Next, let’s all get out our dictionary and look up “hoax”, shall we? Because while “War of the Worlds” was a hoax, this was not. There was no subterfuge involved, and no effort made to convince people that these devices were bombs. If I see a scary looking tree out my bedroom window, think it’s a monster, and then discover upon closer inspection that it isn’t, it doesn’t mean the tree has perpetrated a hoax against me. What it means is that for a moment I took leave of my senses. And just because I’m embarrassed about it doesn’t give me the right to go cut down the tree.What must be even more embarrassing is the fact that the light boards were reportedly in place for weeks, along with similar devices in New York, Los Angeles, Chicago, Atlanta, Seattle, Portland, Austin, San Francisco, and Philadelphia. Now, the City of Boston is calling for Turner Broadcasting, the parent company of the Cartoon Network on which Aqua Teen Hunger Force airs, to pay for costs associated with the so-called hoax.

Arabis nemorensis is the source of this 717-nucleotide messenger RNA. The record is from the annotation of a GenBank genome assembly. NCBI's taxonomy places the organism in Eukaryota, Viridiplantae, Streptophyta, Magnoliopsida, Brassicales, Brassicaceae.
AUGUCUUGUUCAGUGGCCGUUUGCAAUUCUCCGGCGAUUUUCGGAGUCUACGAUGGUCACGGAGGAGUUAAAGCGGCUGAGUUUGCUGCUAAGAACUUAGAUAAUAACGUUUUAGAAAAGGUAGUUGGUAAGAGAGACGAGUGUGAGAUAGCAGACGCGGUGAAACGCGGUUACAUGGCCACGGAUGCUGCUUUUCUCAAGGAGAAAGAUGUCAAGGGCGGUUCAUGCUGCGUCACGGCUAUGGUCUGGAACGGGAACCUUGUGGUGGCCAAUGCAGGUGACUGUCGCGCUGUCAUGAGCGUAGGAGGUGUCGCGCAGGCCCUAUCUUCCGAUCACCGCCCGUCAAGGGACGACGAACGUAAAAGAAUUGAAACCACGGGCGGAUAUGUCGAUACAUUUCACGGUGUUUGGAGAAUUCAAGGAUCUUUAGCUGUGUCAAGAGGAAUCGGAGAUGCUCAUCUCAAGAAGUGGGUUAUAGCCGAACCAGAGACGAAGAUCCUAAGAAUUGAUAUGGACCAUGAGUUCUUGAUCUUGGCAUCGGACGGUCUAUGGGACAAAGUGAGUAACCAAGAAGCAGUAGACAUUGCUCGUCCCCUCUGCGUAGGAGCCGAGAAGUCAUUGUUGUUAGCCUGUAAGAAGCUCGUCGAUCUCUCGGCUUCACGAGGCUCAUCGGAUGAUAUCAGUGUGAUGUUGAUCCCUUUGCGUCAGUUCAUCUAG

Did this marketing stunt go too far, or was it the City of Boston's reaction that was unreasonable? What does it say about the society in which we live if innocuous devices in place for weeks can suddenly provoke mass paranoia?